Date of Graduation
Project/Capstone - Global access
Master of Science in Environmental Management (MSEM)
College of Arts and Sciences
Stephanie A Siehr
Wildfires are currently ravaging California, destroying the land and the livelihood of many vulnerable communities. This research explores the value of Traditional Ecological Knowledge (TEK) as a tool to aid in the fight against wildfires. Revitalization of Native American culture and traditional practices, such as prescribed burns, can transform current fire management practices. This research examined the connections among three aspects of fire management: Native American TEK, non-native ecological field studies and modelling, and current government fire policies and management practices. Through primary interviews and case studies, this research found that the Native American communities in the West have a wealth of knowledge on fire management. A key challenge is how to help non-native scientists understand and quantify place-specific TEK so it can be implemented in today's practices. Barriers such as fire suppression, human encroachment in the wildland-urban interface, and restrictions in state and federal regulations make it difficult for tribes to perform their time-tested practices. Increased trust between non-native scientists and native scientists is needed to implement their TEK, and collaboration is needed to develop new fire management strategies for resilience in man-made climate disruption.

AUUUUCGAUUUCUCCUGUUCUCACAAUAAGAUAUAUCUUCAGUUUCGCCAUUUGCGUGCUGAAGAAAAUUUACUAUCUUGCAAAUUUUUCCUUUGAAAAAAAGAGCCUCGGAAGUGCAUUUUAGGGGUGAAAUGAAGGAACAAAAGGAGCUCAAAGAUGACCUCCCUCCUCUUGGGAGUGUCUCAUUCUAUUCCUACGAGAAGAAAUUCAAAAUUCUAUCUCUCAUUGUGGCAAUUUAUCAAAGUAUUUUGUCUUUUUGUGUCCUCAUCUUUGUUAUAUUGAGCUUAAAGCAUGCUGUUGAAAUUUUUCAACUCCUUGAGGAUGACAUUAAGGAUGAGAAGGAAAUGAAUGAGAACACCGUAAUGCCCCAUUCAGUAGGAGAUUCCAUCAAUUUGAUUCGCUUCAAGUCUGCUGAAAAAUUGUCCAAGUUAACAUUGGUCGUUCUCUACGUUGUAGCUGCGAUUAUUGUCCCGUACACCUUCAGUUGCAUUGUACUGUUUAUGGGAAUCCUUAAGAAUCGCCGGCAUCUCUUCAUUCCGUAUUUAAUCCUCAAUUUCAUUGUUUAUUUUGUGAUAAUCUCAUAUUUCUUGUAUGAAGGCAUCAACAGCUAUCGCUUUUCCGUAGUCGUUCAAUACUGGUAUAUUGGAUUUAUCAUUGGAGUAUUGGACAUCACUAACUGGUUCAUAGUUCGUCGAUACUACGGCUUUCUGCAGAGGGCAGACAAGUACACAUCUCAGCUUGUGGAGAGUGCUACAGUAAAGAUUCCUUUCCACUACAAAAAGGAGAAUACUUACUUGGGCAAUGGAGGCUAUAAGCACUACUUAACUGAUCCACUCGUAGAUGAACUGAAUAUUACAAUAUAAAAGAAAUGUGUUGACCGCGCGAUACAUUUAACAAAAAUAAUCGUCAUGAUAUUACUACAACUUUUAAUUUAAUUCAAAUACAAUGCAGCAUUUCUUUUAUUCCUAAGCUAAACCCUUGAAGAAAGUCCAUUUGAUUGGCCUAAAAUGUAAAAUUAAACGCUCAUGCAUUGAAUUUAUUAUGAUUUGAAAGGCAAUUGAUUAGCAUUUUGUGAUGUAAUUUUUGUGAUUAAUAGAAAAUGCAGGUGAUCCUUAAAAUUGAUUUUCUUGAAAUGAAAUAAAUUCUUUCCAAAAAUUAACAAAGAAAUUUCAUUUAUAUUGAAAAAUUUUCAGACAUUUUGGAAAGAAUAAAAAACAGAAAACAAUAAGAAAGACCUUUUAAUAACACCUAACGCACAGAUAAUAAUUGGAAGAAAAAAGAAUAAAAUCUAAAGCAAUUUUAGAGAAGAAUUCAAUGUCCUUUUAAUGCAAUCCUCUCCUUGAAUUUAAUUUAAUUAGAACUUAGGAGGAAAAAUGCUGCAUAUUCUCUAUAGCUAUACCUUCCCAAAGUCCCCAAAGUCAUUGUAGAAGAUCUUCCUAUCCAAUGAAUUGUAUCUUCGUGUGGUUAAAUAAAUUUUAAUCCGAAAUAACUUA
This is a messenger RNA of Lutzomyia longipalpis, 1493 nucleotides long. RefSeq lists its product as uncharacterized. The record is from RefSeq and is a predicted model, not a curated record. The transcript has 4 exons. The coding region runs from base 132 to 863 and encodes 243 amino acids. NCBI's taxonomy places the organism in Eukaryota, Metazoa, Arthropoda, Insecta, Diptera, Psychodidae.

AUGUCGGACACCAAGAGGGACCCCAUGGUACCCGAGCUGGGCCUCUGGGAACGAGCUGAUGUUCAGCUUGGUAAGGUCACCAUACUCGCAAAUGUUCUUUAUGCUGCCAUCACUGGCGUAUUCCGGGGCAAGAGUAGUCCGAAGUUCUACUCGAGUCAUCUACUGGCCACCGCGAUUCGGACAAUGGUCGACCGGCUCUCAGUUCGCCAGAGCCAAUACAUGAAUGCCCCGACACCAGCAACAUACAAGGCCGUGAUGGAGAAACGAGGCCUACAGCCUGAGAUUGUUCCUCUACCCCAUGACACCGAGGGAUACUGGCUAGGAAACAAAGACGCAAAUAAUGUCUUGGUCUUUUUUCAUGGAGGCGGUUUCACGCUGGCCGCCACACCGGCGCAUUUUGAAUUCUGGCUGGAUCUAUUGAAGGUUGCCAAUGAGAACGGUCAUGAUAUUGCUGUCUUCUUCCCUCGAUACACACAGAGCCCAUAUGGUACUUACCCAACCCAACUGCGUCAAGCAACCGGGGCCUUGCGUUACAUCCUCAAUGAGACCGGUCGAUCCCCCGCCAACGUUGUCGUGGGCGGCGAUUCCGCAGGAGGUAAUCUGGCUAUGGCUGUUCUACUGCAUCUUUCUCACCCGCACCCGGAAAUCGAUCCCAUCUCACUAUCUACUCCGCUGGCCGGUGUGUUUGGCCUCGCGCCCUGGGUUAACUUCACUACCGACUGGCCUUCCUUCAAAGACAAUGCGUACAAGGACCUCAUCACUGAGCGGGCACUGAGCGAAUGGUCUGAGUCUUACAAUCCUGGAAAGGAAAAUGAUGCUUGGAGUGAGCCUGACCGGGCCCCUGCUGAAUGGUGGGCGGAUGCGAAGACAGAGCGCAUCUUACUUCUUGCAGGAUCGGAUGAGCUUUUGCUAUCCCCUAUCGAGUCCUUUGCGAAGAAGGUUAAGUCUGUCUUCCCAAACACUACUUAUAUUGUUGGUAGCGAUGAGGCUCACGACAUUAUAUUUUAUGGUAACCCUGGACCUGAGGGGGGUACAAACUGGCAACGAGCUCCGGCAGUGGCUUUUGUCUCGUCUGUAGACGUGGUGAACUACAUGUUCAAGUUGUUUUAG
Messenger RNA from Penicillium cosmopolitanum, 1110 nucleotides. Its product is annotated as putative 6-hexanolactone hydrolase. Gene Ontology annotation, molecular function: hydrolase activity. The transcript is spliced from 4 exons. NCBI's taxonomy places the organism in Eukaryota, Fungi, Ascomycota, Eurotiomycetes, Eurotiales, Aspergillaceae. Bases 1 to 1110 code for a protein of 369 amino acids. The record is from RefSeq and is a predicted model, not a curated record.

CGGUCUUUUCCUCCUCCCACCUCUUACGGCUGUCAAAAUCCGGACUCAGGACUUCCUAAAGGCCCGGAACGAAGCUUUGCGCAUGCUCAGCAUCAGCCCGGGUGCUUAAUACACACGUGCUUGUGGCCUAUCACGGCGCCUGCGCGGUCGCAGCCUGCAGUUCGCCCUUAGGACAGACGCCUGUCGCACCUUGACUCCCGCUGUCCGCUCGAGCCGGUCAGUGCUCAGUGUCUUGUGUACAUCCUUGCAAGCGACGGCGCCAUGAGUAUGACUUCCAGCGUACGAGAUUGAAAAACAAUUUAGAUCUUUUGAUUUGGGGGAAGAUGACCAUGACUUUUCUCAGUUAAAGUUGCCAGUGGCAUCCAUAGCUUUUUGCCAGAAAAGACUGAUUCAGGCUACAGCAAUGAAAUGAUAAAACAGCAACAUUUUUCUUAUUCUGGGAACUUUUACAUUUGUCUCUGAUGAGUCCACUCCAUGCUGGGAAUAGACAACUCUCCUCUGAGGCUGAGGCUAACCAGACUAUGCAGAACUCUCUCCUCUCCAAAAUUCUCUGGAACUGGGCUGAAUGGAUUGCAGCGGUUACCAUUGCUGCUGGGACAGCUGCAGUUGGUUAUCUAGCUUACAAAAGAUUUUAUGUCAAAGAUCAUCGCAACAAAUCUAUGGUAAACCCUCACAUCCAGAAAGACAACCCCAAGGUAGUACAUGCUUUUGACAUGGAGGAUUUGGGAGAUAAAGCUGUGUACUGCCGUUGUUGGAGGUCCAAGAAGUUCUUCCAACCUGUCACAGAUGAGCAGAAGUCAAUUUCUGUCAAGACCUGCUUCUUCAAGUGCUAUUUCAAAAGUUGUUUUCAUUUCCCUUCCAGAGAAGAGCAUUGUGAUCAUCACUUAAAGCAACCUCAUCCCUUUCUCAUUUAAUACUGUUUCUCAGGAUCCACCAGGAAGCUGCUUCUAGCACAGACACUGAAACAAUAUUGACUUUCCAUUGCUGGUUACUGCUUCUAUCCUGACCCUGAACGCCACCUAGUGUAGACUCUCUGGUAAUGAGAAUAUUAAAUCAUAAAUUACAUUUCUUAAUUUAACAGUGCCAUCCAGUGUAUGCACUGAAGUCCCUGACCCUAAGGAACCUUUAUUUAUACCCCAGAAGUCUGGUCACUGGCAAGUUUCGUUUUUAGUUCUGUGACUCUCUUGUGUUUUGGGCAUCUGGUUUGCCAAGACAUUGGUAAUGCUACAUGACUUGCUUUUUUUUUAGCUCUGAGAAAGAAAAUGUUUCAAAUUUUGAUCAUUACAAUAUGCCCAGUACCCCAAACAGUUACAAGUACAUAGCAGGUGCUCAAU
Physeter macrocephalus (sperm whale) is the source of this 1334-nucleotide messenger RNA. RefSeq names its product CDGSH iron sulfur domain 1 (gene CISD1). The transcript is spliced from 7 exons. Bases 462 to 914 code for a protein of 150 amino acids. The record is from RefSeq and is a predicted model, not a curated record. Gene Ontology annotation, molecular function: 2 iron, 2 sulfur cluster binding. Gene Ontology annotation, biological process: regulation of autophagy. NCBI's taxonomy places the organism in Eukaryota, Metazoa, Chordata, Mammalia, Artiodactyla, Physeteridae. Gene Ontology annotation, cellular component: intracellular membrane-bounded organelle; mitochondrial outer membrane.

Mishima, Christopher, "A Comprehensive Look at the Benefits of Traditional Ecological Knowledge of Native American Indigenous Communities for Fire Management Practices in Northern California" (2020). Master's Projects and Capstones. 1017.